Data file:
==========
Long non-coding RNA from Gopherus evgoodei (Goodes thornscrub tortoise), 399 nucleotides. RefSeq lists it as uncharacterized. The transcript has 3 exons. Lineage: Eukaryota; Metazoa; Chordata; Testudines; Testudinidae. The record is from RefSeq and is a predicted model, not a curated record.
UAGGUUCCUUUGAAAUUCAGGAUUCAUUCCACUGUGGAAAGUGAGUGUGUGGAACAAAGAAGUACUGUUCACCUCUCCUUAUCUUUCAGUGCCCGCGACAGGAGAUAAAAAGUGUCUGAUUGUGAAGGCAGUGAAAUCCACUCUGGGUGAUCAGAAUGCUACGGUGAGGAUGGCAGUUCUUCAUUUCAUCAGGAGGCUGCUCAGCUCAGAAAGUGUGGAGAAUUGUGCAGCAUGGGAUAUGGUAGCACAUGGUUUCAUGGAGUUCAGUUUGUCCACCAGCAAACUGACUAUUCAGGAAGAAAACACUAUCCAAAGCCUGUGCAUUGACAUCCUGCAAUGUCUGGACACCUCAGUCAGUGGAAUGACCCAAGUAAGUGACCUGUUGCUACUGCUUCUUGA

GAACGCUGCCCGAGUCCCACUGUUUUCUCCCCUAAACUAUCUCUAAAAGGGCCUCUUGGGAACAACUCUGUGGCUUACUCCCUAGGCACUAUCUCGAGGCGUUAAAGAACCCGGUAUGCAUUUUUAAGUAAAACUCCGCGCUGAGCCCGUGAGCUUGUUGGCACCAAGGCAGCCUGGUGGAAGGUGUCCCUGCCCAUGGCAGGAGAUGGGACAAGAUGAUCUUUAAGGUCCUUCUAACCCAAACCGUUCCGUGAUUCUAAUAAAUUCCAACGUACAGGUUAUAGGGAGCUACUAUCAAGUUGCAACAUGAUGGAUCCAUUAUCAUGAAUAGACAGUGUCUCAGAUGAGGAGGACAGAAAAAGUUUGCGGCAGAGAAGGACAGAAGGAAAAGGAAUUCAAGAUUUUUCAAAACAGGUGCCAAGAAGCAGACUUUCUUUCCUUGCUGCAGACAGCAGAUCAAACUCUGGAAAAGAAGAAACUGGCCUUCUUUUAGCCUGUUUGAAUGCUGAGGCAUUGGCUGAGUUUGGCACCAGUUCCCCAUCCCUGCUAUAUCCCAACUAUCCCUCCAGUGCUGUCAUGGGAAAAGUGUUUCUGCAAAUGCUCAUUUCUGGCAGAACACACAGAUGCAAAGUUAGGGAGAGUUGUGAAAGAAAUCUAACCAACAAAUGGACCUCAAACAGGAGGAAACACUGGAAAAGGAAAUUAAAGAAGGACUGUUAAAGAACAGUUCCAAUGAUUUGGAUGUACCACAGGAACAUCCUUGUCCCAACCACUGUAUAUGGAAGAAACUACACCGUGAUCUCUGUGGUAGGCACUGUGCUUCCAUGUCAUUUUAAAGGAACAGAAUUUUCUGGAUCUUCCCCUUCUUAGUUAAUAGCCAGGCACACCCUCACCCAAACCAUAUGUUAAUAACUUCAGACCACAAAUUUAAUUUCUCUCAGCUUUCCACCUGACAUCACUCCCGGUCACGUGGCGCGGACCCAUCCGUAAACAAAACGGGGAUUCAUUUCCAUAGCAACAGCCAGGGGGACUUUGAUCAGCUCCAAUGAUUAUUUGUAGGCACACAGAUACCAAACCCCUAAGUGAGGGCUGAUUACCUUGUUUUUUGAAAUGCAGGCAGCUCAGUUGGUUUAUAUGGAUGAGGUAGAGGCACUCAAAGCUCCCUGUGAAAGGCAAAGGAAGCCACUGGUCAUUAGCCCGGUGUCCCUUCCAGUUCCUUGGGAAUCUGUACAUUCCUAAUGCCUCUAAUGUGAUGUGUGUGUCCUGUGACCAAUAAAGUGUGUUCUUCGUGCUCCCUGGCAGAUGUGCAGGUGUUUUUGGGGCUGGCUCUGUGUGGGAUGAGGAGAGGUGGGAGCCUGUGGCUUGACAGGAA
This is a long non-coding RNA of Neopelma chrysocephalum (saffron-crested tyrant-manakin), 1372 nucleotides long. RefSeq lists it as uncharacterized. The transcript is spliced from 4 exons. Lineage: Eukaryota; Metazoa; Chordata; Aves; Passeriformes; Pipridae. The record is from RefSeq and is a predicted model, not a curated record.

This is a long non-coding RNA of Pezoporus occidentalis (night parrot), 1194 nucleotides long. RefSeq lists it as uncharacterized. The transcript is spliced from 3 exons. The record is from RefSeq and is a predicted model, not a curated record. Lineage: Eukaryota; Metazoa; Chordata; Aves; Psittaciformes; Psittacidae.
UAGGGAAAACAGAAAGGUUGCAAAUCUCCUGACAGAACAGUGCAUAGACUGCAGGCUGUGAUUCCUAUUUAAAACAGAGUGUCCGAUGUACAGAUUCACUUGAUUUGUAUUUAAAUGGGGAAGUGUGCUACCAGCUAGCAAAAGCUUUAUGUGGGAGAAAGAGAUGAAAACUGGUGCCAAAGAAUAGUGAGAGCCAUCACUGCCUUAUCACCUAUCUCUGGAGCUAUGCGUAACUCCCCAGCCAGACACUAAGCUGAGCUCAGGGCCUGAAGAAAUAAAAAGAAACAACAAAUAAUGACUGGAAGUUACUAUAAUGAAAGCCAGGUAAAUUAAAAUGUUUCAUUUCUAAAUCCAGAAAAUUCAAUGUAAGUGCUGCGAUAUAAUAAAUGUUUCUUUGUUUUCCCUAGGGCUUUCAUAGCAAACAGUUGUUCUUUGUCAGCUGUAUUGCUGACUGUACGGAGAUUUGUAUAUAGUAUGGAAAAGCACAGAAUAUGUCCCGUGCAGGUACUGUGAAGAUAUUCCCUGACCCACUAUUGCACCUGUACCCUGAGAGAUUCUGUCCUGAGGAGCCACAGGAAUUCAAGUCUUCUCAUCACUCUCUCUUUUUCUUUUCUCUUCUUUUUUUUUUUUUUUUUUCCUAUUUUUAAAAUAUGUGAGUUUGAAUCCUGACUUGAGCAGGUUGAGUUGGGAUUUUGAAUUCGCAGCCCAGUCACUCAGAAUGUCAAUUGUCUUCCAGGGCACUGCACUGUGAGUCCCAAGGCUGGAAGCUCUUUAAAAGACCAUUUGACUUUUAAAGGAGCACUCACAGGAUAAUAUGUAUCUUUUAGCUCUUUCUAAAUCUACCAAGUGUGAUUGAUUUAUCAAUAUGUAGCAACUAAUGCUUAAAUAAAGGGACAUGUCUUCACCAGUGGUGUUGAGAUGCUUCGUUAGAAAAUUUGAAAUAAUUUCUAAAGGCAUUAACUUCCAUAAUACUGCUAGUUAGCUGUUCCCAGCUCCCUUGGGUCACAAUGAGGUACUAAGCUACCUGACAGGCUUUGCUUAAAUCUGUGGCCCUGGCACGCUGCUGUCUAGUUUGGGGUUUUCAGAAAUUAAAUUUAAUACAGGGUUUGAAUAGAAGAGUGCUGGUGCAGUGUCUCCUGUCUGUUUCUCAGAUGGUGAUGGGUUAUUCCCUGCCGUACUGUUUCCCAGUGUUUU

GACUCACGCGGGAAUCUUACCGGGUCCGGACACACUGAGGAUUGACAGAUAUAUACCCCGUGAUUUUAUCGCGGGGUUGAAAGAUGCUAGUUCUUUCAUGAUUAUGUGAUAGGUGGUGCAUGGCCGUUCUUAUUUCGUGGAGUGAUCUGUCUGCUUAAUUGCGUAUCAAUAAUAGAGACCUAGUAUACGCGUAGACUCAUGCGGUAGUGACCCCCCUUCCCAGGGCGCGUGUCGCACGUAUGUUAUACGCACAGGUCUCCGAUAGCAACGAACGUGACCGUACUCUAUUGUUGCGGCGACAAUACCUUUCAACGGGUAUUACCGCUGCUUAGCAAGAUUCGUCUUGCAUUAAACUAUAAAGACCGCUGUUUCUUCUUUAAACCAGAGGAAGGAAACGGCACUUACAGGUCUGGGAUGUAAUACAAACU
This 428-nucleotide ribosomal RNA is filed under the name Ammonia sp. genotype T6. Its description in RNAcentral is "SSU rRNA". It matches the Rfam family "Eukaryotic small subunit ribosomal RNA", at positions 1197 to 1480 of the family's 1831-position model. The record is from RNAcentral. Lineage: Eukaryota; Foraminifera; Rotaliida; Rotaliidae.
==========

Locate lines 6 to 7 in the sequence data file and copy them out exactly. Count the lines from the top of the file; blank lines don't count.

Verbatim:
UAGGGAAAACAGAAAGGUUGCAAAUCUCCUGACAGAACAGUGCAUAGACUGCAGGCUGUGAUUCCUAUUUAAAACAGAGUGUCCGAUGUACAGAUUCACUUGAUUUGUAUUUAAAUGGGGAAGUGUGCUACCAGCUAGCAAAAGCUUUAUGUGGGAGAAAGAGAUGAAAACUGGUGCCAAAGAAUAGUGAGAGCCAUCACUGCCUUAUCACCUAUCUCUGGAGCUAUGCGUAACUCCCCAGCCAGACACUAAGCUGAGCUCAGGGCCUGAAGAAAUAAAAAGAAACAACAAAUAAUGACUGGAAGUUACUAUAAUGAAAGCCAGGUAAAUUAAAAUGUUUCAUUUCUAAAUCCAGAAAAUUCAAUGUAAGUGCUGCGAUAUAAUAAAUGUUUCUUUGUUUUCCCUAGGGCUUUCAUAGCAAACAGUUGUUCUUUGUCAGCUGUAUUGCUGACUGUACGGAGAUUUGUAUAUAGUAUGGAAAAGCACAGAAUAUGUCCCGUGCAGGUACUGUGAAGAUAUUCCCUGACCCACUAUUGCACCUGUACCCUGAGAGAUUCUGUCCUGAGGAGCCACAGGAAUUCAAGUCUUCUCAUCACUCUCUCUUUUUCUUUUCUCUUCUUUUUUUUUUUUUUUUUUCCUAUUUUUAAAAUAUGUGAGUUUGAAUCCUGACUUGAGCAGGUUGAGUUGGGAUUUUGAAUUCGCAGCCCAGUCACUCAGAAUGUCAAUUGUCUUCCAGGGCACUGCACUGUGAGUCCCAAGGCUGGAAGCUCUUUAAAAGACCAUUUGACUUUUAAAGGAGCACUCACAGGAUAAUAUGUAUCUUUUAGCUCUUUCUAAAUCUACCAAGUGUGAUUGAUUUAUCAAUAUGUAGCAACUAAUGCUUAAAUAAAGGGACAUGUCUUCACCAGUGGUGUUGAGAUGCUUCGUUAGAAAAUUUGAAAUAAUUUCUAAAGGCAUUAACUUCCAUAAUACUGCUAGUUAGCUGUUCCCAGCUCCCUUGGGUCACAAUGAGGUACUAAGCUACCUGACAGGCUUUGCUUAAAUCUGUGGCCCUGGCACGCUGCUGUCUAGUUUGGGGUUUUCAGAAAUUAAAUUUAAUACAGGGUUUGAAUAGAAGAGUGCUGGUGCAGUGUCUCCUGUCUGUUUCUCAGAUGGUGAUGGGUUAUUCCCUGCCGUACUGUUUCCCAGUGUUUU

GACUCACGCGGGAAUCUUACCGGGUCCGGACACACUGAGGAUUGACAGAUAUAUACCCCGUGAUUUUAUCGCGGGGUUGAAAGAUGCUAGUUCUUUCAUGAUUAUGUGAUAGGUGGUGCAUGGCCGUUCUUAUUUCGUGGAGUGAUCUGUCUGCUUAAUUGCGUAUCAAUAAUAGAGACCUAGUAUACGCGUAGACUCAUGCGGUAGUGACCCCCCUUCCCAGGGCGCGUGUCGCACGUAUGUUAUACGCACAGGUCUCCGAUAGCAACGAACGUGACCGUACUCUAUUGUUGCGGCGACAAUACCUUUCAACGGGUAUUACCGCUGCUUAGCAAGAUUCGUCUUGCAUUAAACUAUAAAGACCGCUGUUUCUUCUUUAAACCAGAGGAAGGAAACGGCACUUACAGGUCUGGGAUGUAAUACAAACU